We are having a mini heatwave here in the UK, so thoughts turn to salads.  I am becoming quite a fan of chicory (or endive, depending on where you are in the world) because it turns out to be the kind of thing that will last a while in the fridge when you have forgotten all about it.  Much more dependable than lettuce in that respect.

Because I love Joyce Grenfell so,

I thought I’d have a go at her “149 Special”, found in the stupendous 282 Ways of Making a Salad Book.

I have written about this wonderful book at length, so if you want to know more about it, skip over here. I had a potluck party, and all my chums brought a movie star salad. It was BRILLIANT.

I’m aware that many of my younger readers, or those not based in the UK, may not know who Joyce Grenfell is.  For those folks, I heartily implore you to watch this video.  She is a national treasure.


Joyce is best known to me for her fabulous performance in the St Trinian’s films.

I really want to do one of these as one of my Dinner and a Movie sessions.  I feel a St Trinian’s marathon coming on, so I can choose which one.  I love them all almost as much as I love all of the Margaret Rutherford Miss Marples…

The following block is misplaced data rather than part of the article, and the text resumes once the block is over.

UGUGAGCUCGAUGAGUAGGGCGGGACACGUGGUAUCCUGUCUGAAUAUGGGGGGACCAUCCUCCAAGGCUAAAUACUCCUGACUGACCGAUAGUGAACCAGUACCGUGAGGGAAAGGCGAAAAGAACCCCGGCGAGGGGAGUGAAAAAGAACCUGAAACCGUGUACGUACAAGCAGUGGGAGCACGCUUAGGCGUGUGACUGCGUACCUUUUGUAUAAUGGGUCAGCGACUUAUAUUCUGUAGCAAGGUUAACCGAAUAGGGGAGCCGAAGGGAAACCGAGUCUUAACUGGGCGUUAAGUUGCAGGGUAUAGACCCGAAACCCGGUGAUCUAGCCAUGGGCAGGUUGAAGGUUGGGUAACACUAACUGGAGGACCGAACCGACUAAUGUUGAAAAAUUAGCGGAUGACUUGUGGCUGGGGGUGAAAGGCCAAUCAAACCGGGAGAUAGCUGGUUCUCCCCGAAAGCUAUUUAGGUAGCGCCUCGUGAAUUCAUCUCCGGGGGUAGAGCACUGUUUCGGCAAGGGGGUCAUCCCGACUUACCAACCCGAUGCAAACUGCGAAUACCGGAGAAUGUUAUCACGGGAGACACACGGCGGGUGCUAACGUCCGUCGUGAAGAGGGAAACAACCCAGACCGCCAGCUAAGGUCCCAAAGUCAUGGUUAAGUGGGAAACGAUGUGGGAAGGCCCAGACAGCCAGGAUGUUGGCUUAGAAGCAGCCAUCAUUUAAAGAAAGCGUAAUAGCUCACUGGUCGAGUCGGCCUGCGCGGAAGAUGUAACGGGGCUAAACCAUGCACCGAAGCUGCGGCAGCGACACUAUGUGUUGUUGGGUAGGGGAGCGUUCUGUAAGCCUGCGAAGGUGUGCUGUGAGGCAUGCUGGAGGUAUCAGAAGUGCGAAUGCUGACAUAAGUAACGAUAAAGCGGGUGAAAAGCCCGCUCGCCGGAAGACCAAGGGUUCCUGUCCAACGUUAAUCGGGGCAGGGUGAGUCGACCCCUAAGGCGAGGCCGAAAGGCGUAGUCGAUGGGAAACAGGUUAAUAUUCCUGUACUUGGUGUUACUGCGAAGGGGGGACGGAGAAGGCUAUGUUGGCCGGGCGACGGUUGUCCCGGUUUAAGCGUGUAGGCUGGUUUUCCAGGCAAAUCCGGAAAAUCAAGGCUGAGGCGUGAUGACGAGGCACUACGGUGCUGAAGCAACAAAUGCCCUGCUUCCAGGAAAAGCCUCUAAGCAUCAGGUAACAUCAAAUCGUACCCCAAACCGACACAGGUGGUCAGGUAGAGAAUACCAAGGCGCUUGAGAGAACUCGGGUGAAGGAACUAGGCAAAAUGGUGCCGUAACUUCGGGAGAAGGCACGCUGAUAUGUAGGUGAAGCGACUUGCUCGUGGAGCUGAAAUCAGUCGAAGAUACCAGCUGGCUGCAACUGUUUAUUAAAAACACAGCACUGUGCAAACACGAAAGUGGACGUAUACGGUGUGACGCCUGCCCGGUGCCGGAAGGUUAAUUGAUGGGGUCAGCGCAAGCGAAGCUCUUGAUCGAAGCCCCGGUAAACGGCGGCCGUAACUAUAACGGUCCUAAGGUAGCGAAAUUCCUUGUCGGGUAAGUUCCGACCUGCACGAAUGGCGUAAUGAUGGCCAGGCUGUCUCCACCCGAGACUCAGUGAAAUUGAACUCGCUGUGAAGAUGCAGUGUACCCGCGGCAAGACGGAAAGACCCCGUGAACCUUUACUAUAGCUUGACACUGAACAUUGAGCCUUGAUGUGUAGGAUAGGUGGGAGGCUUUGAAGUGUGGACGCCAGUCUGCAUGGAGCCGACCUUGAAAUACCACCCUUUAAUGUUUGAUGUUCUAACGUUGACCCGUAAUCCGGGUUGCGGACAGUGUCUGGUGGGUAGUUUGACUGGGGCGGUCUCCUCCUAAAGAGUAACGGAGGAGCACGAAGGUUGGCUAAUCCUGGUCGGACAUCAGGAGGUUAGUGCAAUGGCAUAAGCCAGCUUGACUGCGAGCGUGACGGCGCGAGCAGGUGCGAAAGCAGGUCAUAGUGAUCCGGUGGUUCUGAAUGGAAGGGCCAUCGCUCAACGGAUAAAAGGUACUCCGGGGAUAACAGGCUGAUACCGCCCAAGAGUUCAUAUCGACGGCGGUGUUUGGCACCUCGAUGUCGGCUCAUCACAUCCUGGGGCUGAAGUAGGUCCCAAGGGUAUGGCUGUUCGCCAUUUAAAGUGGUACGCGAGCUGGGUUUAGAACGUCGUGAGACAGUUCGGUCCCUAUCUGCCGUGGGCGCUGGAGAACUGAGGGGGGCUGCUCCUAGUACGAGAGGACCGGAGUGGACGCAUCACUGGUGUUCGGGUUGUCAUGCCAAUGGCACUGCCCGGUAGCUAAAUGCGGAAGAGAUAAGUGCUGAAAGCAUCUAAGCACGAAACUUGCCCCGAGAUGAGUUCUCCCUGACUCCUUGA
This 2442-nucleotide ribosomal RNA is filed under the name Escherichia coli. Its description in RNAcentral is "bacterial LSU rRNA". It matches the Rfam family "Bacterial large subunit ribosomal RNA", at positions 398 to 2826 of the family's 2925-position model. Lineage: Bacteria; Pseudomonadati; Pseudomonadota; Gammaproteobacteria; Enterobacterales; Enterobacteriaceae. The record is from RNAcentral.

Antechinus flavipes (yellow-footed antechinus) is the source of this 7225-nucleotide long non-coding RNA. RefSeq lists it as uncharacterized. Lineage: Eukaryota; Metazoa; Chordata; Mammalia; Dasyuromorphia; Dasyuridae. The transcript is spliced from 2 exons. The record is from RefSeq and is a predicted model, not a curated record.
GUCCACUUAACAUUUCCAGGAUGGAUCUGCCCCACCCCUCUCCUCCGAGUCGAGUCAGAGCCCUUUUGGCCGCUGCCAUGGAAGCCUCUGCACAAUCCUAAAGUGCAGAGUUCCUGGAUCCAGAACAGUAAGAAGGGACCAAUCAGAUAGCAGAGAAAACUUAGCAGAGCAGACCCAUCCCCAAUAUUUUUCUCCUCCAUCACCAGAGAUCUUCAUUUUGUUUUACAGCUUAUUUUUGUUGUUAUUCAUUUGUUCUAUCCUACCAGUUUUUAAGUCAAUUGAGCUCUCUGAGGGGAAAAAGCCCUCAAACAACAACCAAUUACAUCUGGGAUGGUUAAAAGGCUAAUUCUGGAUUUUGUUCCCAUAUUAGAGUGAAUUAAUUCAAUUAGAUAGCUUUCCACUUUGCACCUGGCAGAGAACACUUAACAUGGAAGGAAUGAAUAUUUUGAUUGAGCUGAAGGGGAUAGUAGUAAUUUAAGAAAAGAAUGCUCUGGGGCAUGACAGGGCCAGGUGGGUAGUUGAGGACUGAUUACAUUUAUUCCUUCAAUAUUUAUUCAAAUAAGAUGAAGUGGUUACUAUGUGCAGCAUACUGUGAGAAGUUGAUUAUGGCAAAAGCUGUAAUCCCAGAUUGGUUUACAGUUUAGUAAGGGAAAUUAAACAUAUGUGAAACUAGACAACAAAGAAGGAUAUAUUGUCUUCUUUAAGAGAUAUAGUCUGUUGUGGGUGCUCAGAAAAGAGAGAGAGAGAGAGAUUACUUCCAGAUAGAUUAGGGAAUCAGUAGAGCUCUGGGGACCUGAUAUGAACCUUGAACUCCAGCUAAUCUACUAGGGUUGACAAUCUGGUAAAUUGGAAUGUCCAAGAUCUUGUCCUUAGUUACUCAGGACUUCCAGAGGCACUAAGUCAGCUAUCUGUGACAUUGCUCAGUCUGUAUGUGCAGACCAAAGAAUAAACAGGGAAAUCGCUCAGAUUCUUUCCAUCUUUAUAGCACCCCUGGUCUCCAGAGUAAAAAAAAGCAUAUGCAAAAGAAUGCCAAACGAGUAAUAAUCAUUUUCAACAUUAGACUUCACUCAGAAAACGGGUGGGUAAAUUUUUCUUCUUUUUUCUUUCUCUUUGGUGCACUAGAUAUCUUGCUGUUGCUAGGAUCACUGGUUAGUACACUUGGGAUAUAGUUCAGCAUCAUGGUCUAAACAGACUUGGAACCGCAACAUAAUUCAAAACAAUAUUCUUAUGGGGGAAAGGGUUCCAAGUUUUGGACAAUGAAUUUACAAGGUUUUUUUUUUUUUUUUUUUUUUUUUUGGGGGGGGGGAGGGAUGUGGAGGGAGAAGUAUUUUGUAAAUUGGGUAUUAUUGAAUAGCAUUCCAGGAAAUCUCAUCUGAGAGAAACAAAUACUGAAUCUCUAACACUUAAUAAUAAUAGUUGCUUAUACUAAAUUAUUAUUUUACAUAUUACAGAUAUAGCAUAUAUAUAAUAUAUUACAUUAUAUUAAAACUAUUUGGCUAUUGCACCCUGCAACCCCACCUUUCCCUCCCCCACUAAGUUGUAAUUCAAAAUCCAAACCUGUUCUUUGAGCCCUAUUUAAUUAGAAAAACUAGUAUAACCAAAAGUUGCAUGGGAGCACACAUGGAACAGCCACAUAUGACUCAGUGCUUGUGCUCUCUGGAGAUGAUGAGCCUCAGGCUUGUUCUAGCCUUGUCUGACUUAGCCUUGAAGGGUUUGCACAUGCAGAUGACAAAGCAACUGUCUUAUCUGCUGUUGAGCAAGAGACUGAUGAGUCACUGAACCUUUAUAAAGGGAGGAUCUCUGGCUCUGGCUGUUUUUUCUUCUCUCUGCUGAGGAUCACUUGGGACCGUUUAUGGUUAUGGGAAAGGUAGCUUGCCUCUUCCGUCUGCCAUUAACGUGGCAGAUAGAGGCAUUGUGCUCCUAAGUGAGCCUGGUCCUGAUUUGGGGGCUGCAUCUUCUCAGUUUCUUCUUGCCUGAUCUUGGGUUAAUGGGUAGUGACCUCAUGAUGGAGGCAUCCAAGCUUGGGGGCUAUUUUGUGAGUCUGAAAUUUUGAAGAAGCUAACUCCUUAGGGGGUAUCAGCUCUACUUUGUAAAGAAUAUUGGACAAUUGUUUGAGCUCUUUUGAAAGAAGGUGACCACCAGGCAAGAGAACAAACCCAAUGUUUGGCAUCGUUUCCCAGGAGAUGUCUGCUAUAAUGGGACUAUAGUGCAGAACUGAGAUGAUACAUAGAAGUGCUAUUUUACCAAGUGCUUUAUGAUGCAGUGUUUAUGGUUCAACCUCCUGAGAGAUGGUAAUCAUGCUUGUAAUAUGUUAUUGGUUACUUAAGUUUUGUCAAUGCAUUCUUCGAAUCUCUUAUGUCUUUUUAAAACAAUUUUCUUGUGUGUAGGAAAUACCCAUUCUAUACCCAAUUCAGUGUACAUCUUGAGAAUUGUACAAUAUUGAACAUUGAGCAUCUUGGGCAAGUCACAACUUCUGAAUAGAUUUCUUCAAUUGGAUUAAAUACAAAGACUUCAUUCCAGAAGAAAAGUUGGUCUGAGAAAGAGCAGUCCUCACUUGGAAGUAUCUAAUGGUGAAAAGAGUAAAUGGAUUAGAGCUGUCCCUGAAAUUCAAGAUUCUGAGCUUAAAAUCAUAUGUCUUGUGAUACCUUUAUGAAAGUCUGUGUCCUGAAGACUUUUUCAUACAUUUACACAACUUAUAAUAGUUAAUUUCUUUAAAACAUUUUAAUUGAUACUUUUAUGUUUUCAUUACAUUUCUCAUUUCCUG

Here’s Joyce’s recipe.

I really liked the way she marinades her tomatoes and then mixes them into the salad at the table.

That would be a nice thing to do at a dinner party, I reckon.  I did as instructed, it was a lovely simple salad to make on a very hot evening,

and I hummed my way through Like a Stately Galleon as I did the minimal washing up. Gliding around my galley kitchen just like a stately galleon.

I was puzzled about the title of this recipe for a while, but thanks to Google, I discovered that Joyce lived at 149 Kings Road for many years.  Maybe I will make a pilgrimage there one day.

It’s a bit strange timeline-wise, though, as 282 Ways of Making a Salad came out in 1950 – maybe Joyce had friends who lived in that block and went she there for salad?!

Here’s a bit from the book Darling Ma which is a collection of letters Joyce wrote to her mother, who was living in the USA in the 30s and 40s.

I love this book with a passion. Joyce’s letters are so funny but also touching as she is writing about many awful things that were going on in wartime Britain.  There are bits and pieces about food, many of which touch on the difficulty of getting nice things to eat due to rationing. I love this bit.

“We went to bed reasonably early but slept late on Christmas Day.  Aunt N. asked us for tea and supper but couldn’t manage us for lunch, so we had a very cosy Christmas dinner with a treat of eggs and bacon and tinned fruit salad!  Doesn’t it sound sad?  It was delicious and a great treat.”

That’s one of the nicest things about Joyce. She took joy in the little things and made the best of everything.  We should all be MORE JOYCE!

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